Steli Efti: Yeah. I like that. I’ve heard that before is where you’re like great managers or great leaders, they find ways to fire themselves, you know.
Hiten Shah: Yeah, that’s it. There you go. There’s like been a lot of way to say that but it’s so powerful, right? And as a founder, you have to do that. That’s like the framework. Just like work yourself out of jobs. And it’s very tactical. You’re going to love this, Steli. You write down what are all the jobs you’re doing, right?
Steli Efti: Yup.
Hiten Shah: You just write them down and then you just figure out all right, we can do this. And one way to look at it is it even worth doing? Because the easiest one is like just get rid of stuff you’re doing that’s just a waste of time, right? And then from there, it’s just like okay, who else can do it? Right? Can someone do it actually better than me? Right? Things like that. and then you chop it down to just doing the critical few things and, you know, just back to like— we’ve talked about focus quite a bit in a previous episode but like in probably many more, but like that’s what it boils down to. How can you just do less and do all that you’re doing the less of it much, much better?
Steli Efti: I love it. All right. That’s going to be your tip for this episode.
Hiten Shah: Sweet.
Steli Efti: My tip for the episode to end it off is one on leadership which is a very simple challenging thing to live up to, which is don’t ask people to do things you’re not willing to do yourself. It’s as simple as that. Don’t tell people where to go and then step back and secretly know that you would never go there like that’s just never going to work. The simplest way to lead people is from the front is go and demonstrate what you expect people to do, demonstrate the type of behavior, demonstrate the type of work that you want people to do and they will actually follow you, respect you, listen to you, and believe you when you tell them things.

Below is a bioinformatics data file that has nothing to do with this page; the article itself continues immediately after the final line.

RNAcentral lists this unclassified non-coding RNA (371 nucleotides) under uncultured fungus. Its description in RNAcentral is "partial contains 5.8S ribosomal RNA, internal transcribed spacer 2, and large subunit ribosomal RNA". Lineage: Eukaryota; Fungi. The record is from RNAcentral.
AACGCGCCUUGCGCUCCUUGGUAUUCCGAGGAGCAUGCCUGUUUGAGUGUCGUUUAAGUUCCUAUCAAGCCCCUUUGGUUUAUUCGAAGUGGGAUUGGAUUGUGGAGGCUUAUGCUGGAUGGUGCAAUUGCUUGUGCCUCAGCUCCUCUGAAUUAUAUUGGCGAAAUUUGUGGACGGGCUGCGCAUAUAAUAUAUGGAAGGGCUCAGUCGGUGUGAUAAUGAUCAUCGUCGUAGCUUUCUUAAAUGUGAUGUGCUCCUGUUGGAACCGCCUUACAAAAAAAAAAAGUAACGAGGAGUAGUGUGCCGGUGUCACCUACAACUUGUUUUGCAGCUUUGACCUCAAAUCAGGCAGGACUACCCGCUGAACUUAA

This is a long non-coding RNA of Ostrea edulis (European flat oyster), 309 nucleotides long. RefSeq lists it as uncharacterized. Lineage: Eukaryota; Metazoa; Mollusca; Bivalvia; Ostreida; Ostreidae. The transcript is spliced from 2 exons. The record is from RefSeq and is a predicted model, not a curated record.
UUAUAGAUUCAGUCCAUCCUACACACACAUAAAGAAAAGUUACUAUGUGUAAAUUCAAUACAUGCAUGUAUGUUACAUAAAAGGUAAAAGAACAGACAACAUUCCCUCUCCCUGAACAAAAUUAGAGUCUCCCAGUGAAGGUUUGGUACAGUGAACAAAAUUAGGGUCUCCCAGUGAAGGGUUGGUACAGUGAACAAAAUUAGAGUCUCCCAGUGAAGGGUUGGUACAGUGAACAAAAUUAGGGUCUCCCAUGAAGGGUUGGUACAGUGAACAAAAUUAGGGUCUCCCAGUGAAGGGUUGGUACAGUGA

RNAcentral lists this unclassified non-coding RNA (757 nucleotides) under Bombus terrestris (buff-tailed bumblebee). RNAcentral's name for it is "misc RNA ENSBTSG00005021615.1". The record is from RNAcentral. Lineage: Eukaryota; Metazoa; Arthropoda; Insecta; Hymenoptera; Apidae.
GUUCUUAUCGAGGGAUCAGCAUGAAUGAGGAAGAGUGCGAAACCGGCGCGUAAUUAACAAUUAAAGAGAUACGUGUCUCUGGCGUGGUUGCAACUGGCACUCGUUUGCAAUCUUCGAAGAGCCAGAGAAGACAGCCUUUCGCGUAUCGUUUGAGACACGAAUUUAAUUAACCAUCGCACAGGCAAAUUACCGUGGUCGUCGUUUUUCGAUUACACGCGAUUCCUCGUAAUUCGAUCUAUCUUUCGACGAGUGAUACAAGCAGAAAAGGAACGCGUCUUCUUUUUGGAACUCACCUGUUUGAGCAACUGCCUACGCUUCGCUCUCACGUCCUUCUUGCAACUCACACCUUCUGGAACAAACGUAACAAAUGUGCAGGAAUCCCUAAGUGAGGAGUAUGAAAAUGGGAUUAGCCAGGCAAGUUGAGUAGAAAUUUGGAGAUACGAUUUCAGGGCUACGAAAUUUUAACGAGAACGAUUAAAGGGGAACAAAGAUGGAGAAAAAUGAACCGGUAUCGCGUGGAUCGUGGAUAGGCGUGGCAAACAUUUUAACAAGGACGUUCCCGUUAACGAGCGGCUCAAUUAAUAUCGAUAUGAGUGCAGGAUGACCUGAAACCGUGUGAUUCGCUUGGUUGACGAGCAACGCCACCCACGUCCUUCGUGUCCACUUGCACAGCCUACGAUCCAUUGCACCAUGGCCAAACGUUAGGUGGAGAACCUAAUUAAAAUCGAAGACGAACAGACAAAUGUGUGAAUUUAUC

The worst thing you can do is ask people to do things you’re not willing to do yourself. Ask them to overcome things you’re afraid of. Ask them to do things you’re inconvenienced by and you try to avoid. That’s not leadership. That’s never going to work and that’s why I think leadership is not hard. It’s just being first, doing it first, demonstrating what you want from people, being authentic, but it’s oftentimes inconvenient because the things you want people to do might be things that you don’t want to do either. But you have to live up to that standard yourself first before you can ask anyone to step up to the plate.
So, my simple tip is just make sure that you always do it first. Make sure that you always demonstrate what you want. Don’t just tell them what to do. Demonstrate it to them. That’s it. That’s all I got.
Hiten Shah: Sweet.
Steli Efti: This is it from us on this episode. We’ll hear you guys very soon.